Why does rabbinic literature identify France with Tzarfat? Tzarfat itself is mentioned only a few times, namely 'Ovadia 1:20, along with the only istance of Sepharad (which is identified with Spain) and Melachim 1:17:9-10.
Is this identification part of a general project of the rabbis using biblical place names for European regions? If so, what are their earliest references to these usages?
I am not sure it's an answer to your question, but I've heard a rabbi on youtube saying Tsarfat comes from the french baguette ( צר= narrow, straight + פת = bread = צרפת, straight bread, baguette ). I thought that was quite funny but it might actually be the origin of the word.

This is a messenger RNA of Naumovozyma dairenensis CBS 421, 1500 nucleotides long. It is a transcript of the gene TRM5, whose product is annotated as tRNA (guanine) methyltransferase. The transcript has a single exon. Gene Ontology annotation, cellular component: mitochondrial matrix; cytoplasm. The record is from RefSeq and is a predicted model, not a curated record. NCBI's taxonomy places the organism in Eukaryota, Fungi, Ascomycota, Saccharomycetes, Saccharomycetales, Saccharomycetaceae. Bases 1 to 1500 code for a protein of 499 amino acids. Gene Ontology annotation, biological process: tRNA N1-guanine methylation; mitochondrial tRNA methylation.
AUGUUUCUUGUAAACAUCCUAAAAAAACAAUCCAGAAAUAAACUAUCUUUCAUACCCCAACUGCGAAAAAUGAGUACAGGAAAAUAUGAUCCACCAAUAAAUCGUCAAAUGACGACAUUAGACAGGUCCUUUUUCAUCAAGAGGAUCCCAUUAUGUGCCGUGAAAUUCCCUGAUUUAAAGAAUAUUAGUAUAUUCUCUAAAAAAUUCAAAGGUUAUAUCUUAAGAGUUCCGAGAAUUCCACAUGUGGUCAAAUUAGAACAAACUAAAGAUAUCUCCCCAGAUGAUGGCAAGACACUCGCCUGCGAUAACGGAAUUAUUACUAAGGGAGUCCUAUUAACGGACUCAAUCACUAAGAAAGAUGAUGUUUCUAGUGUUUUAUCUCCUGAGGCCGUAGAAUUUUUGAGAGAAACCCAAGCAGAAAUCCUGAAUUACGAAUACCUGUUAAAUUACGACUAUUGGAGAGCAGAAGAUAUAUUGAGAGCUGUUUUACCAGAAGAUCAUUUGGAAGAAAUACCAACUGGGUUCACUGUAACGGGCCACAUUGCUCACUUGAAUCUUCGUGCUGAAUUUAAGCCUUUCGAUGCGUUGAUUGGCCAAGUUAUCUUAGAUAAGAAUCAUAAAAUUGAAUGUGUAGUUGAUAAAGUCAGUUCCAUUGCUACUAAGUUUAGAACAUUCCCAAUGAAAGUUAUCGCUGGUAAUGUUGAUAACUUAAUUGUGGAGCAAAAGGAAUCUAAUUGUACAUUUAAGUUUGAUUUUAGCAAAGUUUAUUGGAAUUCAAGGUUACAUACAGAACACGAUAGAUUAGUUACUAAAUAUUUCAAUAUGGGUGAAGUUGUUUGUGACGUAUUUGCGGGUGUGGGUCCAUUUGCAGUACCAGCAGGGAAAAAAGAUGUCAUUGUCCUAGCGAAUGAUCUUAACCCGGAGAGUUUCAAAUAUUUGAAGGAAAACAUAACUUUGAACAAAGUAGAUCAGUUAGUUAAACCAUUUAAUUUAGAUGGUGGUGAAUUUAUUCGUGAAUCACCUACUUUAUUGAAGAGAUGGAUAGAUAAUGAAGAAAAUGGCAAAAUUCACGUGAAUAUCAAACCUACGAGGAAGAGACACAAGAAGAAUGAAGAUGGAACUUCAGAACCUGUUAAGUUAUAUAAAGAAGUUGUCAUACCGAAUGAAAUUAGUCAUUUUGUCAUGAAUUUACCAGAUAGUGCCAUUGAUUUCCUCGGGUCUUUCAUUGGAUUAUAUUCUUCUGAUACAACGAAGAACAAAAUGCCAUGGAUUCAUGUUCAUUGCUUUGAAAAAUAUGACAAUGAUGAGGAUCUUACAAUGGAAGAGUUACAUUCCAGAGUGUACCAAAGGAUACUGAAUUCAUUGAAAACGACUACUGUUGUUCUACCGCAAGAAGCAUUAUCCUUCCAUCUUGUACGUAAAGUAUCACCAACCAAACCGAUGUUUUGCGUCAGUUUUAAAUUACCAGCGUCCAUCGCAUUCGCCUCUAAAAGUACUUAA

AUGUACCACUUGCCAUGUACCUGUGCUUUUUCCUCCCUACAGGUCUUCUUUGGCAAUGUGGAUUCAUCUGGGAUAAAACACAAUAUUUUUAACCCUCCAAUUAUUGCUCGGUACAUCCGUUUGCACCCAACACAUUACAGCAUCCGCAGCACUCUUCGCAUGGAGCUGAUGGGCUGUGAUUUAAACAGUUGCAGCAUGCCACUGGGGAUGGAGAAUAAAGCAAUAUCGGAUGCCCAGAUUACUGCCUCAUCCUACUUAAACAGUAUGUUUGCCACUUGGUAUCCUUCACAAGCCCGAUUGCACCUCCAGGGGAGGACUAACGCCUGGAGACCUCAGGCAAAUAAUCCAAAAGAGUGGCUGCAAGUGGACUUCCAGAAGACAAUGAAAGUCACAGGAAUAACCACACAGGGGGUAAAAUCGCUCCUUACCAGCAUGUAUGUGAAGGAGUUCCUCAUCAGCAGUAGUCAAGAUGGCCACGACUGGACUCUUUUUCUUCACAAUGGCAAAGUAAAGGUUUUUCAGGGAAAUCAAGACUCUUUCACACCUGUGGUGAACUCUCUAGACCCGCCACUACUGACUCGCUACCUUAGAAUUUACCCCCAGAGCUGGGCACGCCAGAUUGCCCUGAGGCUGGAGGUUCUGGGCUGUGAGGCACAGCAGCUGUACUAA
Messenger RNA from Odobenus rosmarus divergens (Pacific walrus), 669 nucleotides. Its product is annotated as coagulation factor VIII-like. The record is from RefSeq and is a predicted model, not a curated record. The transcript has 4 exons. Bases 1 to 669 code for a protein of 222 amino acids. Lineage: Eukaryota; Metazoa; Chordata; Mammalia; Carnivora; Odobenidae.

I don't know the earliest source but you might want to look at אגרת הרמב"ן לרבני צרפת The letter from the Ramban to the rabbis of "tzorfas"(France), where he defends the Rambam from the attacks of Rav Shlomo Petit and other Rabbonim who lived in Paris (where they subsequently burnt the Rambam Seforim).
He mentions רבותינו הצרפתים, תלמידיכם אנו ומימיכם אנו שותים that he is a student of the French rabbis the Baalei Tosfos (Rashi Rabbeinu Tam Ri Rav Yechiel and many others who lived all over france in Troyes, Ramerupt, Touques, Danpierre, Paris etc.) whom he quotes all over Shas thousands of times. (One can look up these names of Rabbis and places on wikipedia to confirm that these Rabbis came from what is known as France today)